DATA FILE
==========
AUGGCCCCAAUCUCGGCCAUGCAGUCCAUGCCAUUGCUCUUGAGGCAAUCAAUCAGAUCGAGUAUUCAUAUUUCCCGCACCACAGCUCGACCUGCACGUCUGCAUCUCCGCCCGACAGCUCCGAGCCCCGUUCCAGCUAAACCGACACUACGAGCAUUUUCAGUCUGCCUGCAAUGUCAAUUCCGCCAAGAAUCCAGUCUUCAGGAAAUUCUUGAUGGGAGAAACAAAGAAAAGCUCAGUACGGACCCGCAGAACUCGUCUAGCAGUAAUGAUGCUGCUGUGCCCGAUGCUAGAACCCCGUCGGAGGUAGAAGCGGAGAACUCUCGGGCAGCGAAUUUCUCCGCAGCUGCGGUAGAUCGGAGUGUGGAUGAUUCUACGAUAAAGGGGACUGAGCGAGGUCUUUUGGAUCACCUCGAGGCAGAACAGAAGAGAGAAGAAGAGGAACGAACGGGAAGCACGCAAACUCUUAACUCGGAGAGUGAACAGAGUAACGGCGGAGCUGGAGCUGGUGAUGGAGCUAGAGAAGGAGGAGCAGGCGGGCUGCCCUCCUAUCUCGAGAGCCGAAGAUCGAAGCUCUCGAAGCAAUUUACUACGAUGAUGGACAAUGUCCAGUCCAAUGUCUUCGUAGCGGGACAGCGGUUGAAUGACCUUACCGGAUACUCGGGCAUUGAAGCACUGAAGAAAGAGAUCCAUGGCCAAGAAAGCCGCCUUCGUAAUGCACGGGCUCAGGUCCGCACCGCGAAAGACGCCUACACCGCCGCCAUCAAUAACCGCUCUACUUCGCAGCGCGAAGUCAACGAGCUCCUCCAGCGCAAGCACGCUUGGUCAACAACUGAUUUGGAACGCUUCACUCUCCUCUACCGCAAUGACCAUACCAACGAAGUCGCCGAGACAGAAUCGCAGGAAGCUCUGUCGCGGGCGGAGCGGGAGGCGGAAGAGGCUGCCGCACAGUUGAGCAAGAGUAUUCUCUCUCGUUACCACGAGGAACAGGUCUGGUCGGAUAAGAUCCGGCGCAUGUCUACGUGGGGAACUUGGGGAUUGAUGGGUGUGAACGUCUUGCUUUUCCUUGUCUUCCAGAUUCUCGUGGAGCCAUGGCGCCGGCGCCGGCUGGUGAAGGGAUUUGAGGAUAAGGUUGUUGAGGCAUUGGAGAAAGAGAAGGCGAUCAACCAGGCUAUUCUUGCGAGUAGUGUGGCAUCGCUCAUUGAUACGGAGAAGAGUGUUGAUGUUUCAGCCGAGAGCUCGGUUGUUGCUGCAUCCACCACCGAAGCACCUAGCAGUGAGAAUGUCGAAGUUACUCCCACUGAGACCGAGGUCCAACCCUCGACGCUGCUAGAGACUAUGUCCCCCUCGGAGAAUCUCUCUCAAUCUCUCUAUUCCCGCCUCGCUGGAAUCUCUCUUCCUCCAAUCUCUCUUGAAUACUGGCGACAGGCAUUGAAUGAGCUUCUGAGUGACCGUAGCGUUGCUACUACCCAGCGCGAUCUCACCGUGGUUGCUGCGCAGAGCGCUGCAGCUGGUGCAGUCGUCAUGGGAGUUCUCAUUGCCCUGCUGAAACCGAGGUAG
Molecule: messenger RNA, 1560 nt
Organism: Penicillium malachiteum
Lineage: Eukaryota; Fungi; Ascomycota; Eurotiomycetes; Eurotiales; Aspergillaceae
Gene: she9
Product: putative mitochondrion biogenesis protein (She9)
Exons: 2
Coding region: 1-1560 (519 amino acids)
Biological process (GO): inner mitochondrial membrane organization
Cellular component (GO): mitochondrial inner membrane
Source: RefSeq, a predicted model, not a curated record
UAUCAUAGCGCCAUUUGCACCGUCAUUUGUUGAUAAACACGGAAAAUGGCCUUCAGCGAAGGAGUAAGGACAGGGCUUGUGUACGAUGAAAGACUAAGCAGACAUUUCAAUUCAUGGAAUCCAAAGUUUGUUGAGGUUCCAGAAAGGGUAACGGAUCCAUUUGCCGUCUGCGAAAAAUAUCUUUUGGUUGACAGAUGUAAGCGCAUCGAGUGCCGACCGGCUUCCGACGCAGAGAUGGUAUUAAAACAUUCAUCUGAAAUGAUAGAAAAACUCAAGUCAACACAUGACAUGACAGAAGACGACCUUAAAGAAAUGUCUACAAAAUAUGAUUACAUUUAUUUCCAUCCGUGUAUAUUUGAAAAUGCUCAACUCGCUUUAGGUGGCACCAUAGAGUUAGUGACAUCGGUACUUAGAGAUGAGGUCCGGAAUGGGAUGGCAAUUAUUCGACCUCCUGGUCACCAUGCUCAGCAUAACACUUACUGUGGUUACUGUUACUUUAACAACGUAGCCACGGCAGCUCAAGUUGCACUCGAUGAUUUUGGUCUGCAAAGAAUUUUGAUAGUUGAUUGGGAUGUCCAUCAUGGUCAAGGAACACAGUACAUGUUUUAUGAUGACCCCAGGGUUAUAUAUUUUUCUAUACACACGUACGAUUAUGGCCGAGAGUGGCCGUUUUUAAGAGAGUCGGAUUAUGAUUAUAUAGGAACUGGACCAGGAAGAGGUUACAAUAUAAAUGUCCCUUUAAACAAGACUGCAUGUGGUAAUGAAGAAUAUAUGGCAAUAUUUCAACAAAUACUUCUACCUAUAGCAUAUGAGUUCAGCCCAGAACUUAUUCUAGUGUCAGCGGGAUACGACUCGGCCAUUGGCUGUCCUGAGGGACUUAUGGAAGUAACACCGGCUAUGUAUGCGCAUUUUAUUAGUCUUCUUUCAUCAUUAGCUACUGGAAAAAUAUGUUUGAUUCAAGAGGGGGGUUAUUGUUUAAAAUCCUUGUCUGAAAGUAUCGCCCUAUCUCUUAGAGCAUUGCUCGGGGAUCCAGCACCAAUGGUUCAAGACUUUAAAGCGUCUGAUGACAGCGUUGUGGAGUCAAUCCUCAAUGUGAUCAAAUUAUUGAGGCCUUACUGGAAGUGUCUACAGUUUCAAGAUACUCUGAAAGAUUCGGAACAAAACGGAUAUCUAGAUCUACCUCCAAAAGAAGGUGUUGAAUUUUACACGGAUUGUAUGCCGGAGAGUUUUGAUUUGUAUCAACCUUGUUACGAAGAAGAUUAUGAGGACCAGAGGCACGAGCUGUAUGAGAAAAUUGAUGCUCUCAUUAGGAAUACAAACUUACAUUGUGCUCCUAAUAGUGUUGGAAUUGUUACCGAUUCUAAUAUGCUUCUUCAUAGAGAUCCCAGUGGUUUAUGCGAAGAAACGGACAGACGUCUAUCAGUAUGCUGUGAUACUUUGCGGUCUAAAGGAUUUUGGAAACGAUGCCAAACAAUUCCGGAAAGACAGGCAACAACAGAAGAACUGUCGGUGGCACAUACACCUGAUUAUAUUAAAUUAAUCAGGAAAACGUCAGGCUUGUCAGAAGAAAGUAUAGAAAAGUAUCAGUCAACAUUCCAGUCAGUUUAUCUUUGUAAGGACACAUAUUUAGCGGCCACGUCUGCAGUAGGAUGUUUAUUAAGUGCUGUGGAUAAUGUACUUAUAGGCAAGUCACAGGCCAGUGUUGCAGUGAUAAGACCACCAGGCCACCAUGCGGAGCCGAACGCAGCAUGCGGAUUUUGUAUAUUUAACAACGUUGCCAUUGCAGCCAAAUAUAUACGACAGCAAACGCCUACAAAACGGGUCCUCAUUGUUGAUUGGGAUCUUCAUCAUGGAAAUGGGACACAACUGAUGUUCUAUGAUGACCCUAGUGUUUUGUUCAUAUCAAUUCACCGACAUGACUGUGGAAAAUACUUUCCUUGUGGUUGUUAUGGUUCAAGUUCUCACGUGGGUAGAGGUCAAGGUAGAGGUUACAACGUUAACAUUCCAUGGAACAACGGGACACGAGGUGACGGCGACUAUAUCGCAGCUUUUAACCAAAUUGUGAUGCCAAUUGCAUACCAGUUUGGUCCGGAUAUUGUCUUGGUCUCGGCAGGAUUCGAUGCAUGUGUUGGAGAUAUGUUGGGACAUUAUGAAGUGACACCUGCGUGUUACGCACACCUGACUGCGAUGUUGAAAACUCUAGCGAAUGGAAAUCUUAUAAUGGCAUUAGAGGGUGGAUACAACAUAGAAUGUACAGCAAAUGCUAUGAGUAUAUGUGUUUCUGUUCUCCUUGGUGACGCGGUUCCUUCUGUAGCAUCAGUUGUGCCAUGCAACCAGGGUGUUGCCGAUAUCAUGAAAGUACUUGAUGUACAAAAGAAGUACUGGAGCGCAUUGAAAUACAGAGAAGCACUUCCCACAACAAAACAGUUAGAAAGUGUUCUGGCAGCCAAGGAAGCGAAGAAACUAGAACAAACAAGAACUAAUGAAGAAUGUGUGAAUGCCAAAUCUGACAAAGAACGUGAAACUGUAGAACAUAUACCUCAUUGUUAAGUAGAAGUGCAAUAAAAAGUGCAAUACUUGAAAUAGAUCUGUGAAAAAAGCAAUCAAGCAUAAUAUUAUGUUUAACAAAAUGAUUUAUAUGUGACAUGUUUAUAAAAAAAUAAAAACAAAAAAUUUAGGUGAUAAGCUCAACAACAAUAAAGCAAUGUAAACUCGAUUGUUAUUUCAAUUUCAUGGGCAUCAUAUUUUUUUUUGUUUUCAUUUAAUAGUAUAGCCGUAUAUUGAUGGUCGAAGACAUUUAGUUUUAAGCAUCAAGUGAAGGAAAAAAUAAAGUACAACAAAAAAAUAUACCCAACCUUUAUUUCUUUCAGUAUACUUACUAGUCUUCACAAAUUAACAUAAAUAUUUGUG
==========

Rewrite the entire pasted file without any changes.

AUGGCCCCAAUCUCGGCCAUGCAGUCCAUGCCAUUGCUCUUGAGGCAAUCAAUCAGAUCGAGUAUUCAUAUUUCCCGCACCACAGCUCGACCUGCACGUCUGCAUCUCCGCCCGACAGCUCCGAGCCCCGUUCCAGCUAAACCGACACUACGAGCAUUUUCAGUCUGCCUGCAAUGUCAAUUCCGCCAAGAAUCCAGUCUUCAGGAAAUUCUUGAUGGGAGAAACAAAGAAAAGCUCAGUACGGACCCGCAGAACUCGUCUAGCAGUAAUGAUGCUGCUGUGCCCGAUGCUAGAACCCCGUCGGAGGUAGAAGCGGAGAACUCUCGGGCAGCGAAUUUCUCCGCAGCUGCGGUAGAUCGGAGUGUGGAUGAUUCUACGAUAAAGGGGACUGAGCGAGGUCUUUUGGAUCACCUCGAGGCAGAACAGAAGAGAGAAGAAGAGGAACGAACGGGAAGCACGCAAACUCUUAACUCGGAGAGUGAACAGAGUAACGGCGGAGCUGGAGCUGGUGAUGGAGCUAGAGAAGGAGGAGCAGGCGGGCUGCCCUCCUAUCUCGAGAGCCGAAGAUCGAAGCUCUCGAAGCAAUUUACUACGAUGAUGGACAAUGUCCAGUCCAAUGUCUUCGUAGCGGGACAGCGGUUGAAUGACCUUACCGGAUACUCGGGCAUUGAAGCACUGAAGAAAGAGAUCCAUGGCCAAGAAAGCCGCCUUCGUAAUGCACGGGCUCAGGUCCGCACCGCGAAAGACGCCUACACCGCCGCCAUCAAUAACCGCUCUACUUCGCAGCGCGAAGUCAACGAGCUCCUCCAGCGCAAGCACGCUUGGUCAACAACUGAUUUGGAACGCUUCACUCUCCUCUACCGCAAUGACCAUACCAACGAAGUCGCCGAGACAGAAUCGCAGGAAGCUCUGUCGCGGGCGGAGCGGGAGGCGGAAGAGGCUGCCGCACAGUUGAGCAAGAGUAUUCUCUCUCGUUACCACGAGGAACAGGUCUGGUCGGAUAAGAUCCGGCGCAUGUCUACGUGGGGAACUUGGGGAUUGAUGGGUGUGAACGUCUUGCUUUUCCUUGUCUUCCAGAUUCUCGUGGAGCCAUGGCGCCGGCGCCGGCUGGUGAAGGGAUUUGAGGAUAAGGUUGUUGAGGCAUUGGAGAAAGAGAAGGCGAUCAACCAGGCUAUUCUUGCGAGUAGUGUGGCAUCGCUCAUUGAUACGGAGAAGAGUGUUGAUGUUUCAGCCGAGAGCUCGGUUGUUGCUGCAUCCACCACCGAAGCACCUAGCAGUGAGAAUGUCGAAGUUACUCCCACUGAGACCGAGGUCCAACCCUCGACGCUGCUAGAGACUAUGUCCCCCUCGGAGAAUCUCUCUCAAUCUCUCUAUUCCCGCCUCGCUGGAAUCUCUCUUCCUCCAAUCUCUCUUGAAUACUGGCGACAGGCAUUGAAUGAGCUUCUGAGUGACCGUAGCGUUGCUACUACCCAGCGCGAUCUCACCGUGGUUGCUGCGCAGAGCGCUGCAGCUGGUGCAGUCGUCAUGGGAGUUCUCAUUGCCCUGCUGAAACCGAGGUAG
Molecule: messenger RNA, 1560 nt
Organism: Penicillium malachiteum
Lineage: Eukaryota; Fungi; Ascomycota; Eurotiomycetes; Eurotiales; Aspergillaceae
Gene: she9
Product: putative mitochondrion biogenesis protein (She9)
Exons: 2
Coding region: 1-1560 (519 amino acids)
Biological process (GO): inner mitochondrial membrane organization
Cellular component (GO): mitochondrial inner membrane
Source: RefSeq, a predicted model, not a curated record
UAUCAUAGCGCCAUUUGCACCGUCAUUUGUUGAUAAACACGGAAAAUGGCCUUCAGCGAAGGAGUAAGGACAGGGCUUGUGUACGAUGAAAGACUAAGCAGACAUUUCAAUUCAUGGAAUCCAAAGUUUGUUGAGGUUCCAGAAAGGGUAACGGAUCCAUUUGCCGUCUGCGAAAAAUAUCUUUUGGUUGACAGAUGUAAGCGCAUCGAGUGCCGACCGGCUUCCGACGCAGAGAUGGUAUUAAAACAUUCAUCUGAAAUGAUAGAAAAACUCAAGUCAACACAUGACAUGACAGAAGACGACCUUAAAGAAAUGUCUACAAAAUAUGAUUACAUUUAUUUCCAUCCGUGUAUAUUUGAAAAUGCUCAACUCGCUUUAGGUGGCACCAUAGAGUUAGUGACAUCGGUACUUAGAGAUGAGGUCCGGAAUGGGAUGGCAAUUAUUCGACCUCCUGGUCACCAUGCUCAGCAUAACACUUACUGUGGUUACUGUUACUUUAACAACGUAGCCACGGCAGCUCAAGUUGCACUCGAUGAUUUUGGUCUGCAAAGAAUUUUGAUAGUUGAUUGGGAUGUCCAUCAUGGUCAAGGAACACAGUACAUGUUUUAUGAUGACCCCAGGGUUAUAUAUUUUUCUAUACACACGUACGAUUAUGGCCGAGAGUGGCCGUUUUUAAGAGAGUCGGAUUAUGAUUAUAUAGGAACUGGACCAGGAAGAGGUUACAAUAUAAAUGUCCCUUUAAACAAGACUGCAUGUGGUAAUGAAGAAUAUAUGGCAAUAUUUCAACAAAUACUUCUACCUAUAGCAUAUGAGUUCAGCCCAGAACUUAUUCUAGUGUCAGCGGGAUACGACUCGGCCAUUGGCUGUCCUGAGGGACUUAUGGAAGUAACACCGGCUAUGUAUGCGCAUUUUAUUAGUCUUCUUUCAUCAUUAGCUACUGGAAAAAUAUGUUUGAUUCAAGAGGGGGGUUAUUGUUUAAAAUCCUUGUCUGAAAGUAUCGCCCUAUCUCUUAGAGCAUUGCUCGGGGAUCCAGCACCAAUGGUUCAAGACUUUAAAGCGUCUGAUGACAGCGUUGUGGAGUCAAUCCUCAAUGUGAUCAAAUUAUUGAGGCCUUACUGGAAGUGUCUACAGUUUCAAGAUACUCUGAAAGAUUCGGAACAAAACGGAUAUCUAGAUCUACCUCCAAAAGAAGGUGUUGAAUUUUACACGGAUUGUAUGCCGGAGAGUUUUGAUUUGUAUCAACCUUGUUACGAAGAAGAUUAUGAGGACCAGAGGCACGAGCUGUAUGAGAAAAUUGAUGCUCUCAUUAGGAAUACAAACUUACAUUGUGCUCCUAAUAGUGUUGGAAUUGUUACCGAUUCUAAUAUGCUUCUUCAUAGAGAUCCCAGUGGUUUAUGCGAAGAAACGGACAGACGUCUAUCAGUAUGCUGUGAUACUUUGCGGUCUAAAGGAUUUUGGAAACGAUGCCAAACAAUUCCGGAAAGACAGGCAACAACAGAAGAACUGUCGGUGGCACAUACACCUGAUUAUAUUAAAUUAAUCAGGAAAACGUCAGGCUUGUCAGAAGAAAGUAUAGAAAAGUAUCAGUCAACAUUCCAGUCAGUUUAUCUUUGUAAGGACACAUAUUUAGCGGCCACGUCUGCAGUAGGAUGUUUAUUAAGUGCUGUGGAUAAUGUACUUAUAGGCAAGUCACAGGCCAGUGUUGCAGUGAUAAGACCACCAGGCCACCAUGCGGAGCCGAACGCAGCAUGCGGAUUUUGUAUAUUUAACAACGUUGCCAUUGCAGCCAAAUAUAUACGACAGCAAACGCCUACAAAACGGGUCCUCAUUGUUGAUUGGGAUCUUCAUCAUGGAAAUGGGACACAACUGAUGUUCUAUGAUGACCCUAGUGUUUUGUUCAUAUCAAUUCACCGACAUGACUGUGGAAAAUACUUUCCUUGUGGUUGUUAUGGUUCAAGUUCUCACGUGGGUAGAGGUCAAGGUAGAGGUUACAACGUUAACAUUCCAUGGAACAACGGGACACGAGGUGACGGCGACUAUAUCGCAGCUUUUAACCAAAUUGUGAUGCCAAUUGCAUACCAGUUUGGUCCGGAUAUUGUCUUGGUCUCGGCAGGAUUCGAUGCAUGUGUUGGAGAUAUGUUGGGACAUUAUGAAGUGACACCUGCGUGUUACGCACACCUGACUGCGAUGUUGAAAACUCUAGCGAAUGGAAAUCUUAUAAUGGCAUUAGAGGGUGGAUACAACAUAGAAUGUACAGCAAAUGCUAUGAGUAUAUGUGUUUCUGUUCUCCUUGGUGACGCGGUUCCUUCUGUAGCAUCAGUUGUGCCAUGCAACCAGGGUGUUGCCGAUAUCAUGAAAGUACUUGAUGUACAAAAGAAGUACUGGAGCGCAUUGAAAUACAGAGAAGCACUUCCCACAACAAAACAGUUAGAAAGUGUUCUGGCAGCCAAGGAAGCGAAGAAACUAGAACAAACAAGAACUAAUGAAGAAUGUGUGAAUGCCAAAUCUGACAAAGAACGUGAAACUGUAGAACAUAUACCUCAUUGUUAAGUAGAAGUGCAAUAAAAAGUGCAAUACUUGAAAUAGAUCUGUGAAAAAAGCAAUCAAGCAUAAUAUUAUGUUUAACAAAAUGAUUUAUAUGUGACAUGUUUAUAAAAAAAUAAAAACAAAAAAUUUAGGUGAUAAGCUCAACAACAAUAAAGCAAUGUAAACUCGAUUGUUAUUUCAAUUUCAUGGGCAUCAUAUUUUUUUUUGUUUUCAUUUAAUAGUAUAGCCGUAUAUUGAUGGUCGAAGACAUUUAGUUUUAAGCAUCAAGUGAAGGAAAAAAUAAAGUACAACAAAAAAAUAUACCCAACCUUUAUUUCUUUCAGUAUACUUACUAGUCUUCACAAAUUAACAUAAAUAUUUGUG